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toronto budget shortfall deficit

Toronto is hundreds of millions in the hole and begging Ottawa for bailout money

The City of Toronto faces a worrying $703 million budget shortfall for the 2022 fiscal year, and Mayor John Tory is basically begging the levels of government above for more money to fill the gap.

Tory announced on Wednesday that the city had secured a provisional commitment from Doug Ford's Ontario PC government to help address a portion of the budget shortfall, while also cranking up the pressure on the federal government to pitch in to cover a shortage that the city attributes to the pandemic and its associated response plan.

Ontario's Municipal Affairs and Housing Minister, Steve Clark, eased some of the burden, penning a letter to the mayor committing to secure approval for funding to support up to one-third of the city's current operating deficit for the current fiscal year.

"This is hundreds of millions of dollars more than we had secured when I wrote to Premier Ford and Deputy Prime Minister Freeland three weeks ago," said Mayor Tory.

With up to one-third of the shortfall now accounted for by a commitment from the province, the mayor's statement calls on Prime Minister Chrystia Freeland and the Government of Canada to step up and help foot the astronomically high bill for keeping the city relatively safe during its darkest hour.

Thanks to a spike in transit revenues, the shortfall is actually a $112 million improvement over the most recent projection, but it still leaves the municipal government deep in the red.

Not Detroit in 2013-level bad, but still pretty bad.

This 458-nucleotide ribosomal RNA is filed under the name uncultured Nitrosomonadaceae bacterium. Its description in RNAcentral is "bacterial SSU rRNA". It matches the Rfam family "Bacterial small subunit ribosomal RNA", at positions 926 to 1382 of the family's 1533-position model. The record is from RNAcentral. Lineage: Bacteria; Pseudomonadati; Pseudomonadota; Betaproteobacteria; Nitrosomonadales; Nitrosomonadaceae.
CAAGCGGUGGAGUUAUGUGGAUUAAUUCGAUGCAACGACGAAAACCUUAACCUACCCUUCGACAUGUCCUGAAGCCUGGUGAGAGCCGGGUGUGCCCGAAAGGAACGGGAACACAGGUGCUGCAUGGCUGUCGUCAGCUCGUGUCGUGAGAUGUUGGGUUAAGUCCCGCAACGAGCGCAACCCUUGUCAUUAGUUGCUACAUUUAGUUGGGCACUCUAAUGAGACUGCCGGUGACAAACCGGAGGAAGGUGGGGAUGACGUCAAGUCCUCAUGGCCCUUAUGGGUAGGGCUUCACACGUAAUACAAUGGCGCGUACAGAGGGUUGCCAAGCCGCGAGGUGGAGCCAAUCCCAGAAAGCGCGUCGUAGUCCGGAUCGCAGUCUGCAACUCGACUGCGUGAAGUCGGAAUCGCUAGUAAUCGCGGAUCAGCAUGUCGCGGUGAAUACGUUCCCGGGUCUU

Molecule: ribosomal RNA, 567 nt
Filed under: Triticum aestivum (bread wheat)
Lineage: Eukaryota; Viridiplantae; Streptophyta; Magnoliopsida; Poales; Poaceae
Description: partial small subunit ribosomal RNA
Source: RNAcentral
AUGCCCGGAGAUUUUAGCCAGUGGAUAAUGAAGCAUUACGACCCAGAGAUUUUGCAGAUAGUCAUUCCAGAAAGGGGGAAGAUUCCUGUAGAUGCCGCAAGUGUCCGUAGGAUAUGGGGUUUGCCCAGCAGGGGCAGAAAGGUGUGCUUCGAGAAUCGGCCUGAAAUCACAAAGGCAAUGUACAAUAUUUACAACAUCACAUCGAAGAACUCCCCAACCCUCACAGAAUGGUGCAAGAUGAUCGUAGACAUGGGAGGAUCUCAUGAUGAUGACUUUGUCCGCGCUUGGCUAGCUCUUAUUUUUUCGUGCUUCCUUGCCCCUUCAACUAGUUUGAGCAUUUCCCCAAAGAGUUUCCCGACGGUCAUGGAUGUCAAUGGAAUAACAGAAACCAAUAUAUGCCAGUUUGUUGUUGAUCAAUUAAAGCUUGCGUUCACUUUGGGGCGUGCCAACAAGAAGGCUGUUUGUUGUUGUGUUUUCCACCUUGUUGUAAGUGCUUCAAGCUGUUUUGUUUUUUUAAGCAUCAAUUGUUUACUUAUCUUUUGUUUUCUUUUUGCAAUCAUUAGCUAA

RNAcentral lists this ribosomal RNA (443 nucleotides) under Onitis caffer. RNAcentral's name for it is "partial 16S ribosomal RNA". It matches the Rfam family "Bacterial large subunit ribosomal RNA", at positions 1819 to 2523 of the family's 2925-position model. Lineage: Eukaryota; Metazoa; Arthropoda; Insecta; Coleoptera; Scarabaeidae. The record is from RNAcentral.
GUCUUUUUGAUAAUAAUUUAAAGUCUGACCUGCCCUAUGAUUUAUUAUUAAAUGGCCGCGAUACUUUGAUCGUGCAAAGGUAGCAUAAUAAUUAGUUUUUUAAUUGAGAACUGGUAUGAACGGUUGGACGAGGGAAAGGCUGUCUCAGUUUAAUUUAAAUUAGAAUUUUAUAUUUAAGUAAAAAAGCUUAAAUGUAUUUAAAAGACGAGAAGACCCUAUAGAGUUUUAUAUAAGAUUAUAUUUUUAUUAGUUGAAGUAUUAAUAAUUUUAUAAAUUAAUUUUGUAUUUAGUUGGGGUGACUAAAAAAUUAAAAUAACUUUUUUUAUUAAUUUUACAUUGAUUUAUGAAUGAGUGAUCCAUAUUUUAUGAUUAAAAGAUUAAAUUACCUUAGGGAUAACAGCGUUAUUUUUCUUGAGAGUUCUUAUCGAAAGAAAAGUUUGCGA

"I am incredibly grateful for this support to date as are I'm sure are the people of Toronto but now, we urgently need the federal government to join the province and provide further funding to help protect Canada's economic engine as they promised during their last election," said Mayor Tory.

"I hope we can deliver a strong message to Ottawa that the need is real, it is urgent, and it is necessary for the good of Canada's largest city and both the local and national economic recovery that we combine efforts and resources now – all three governments, working together, to protect capital investment and jobs and to support Toronto's complete recovery from the pandemic."

The shortfall may be the direct result of the costly pandemic response and loss of revenues through taxes and transit fares, but it hasn't stopped critics from pointing out that the deficit (or at least an earlier estimate) just so happens to cost roughly the same as what so far stands as John Tory's legacy project in the controversial East Gardiner rebuild.

In an opinion column published in the Toronto Star in mid-November, Matt Elliott argued that cancelling the Gardiner rebuild was the single most obvious solution to balancing the city's budget.

The Gardiner Expressway's share of the city's budget — an over $2 billion project in an era where most cities are tearing down their elevated waterfront expressways — is an easy point to linger on, but with contracts in place and work underway, nobody expects it to be stopped this late in the game.

So let's hope, for the city's sake, that Ottawa shells out some bailout bucks to keep the country's economic engine — and its stupidly expensive, lake-blocking highway — running smoothly.

Lead photo by

Jack Landau


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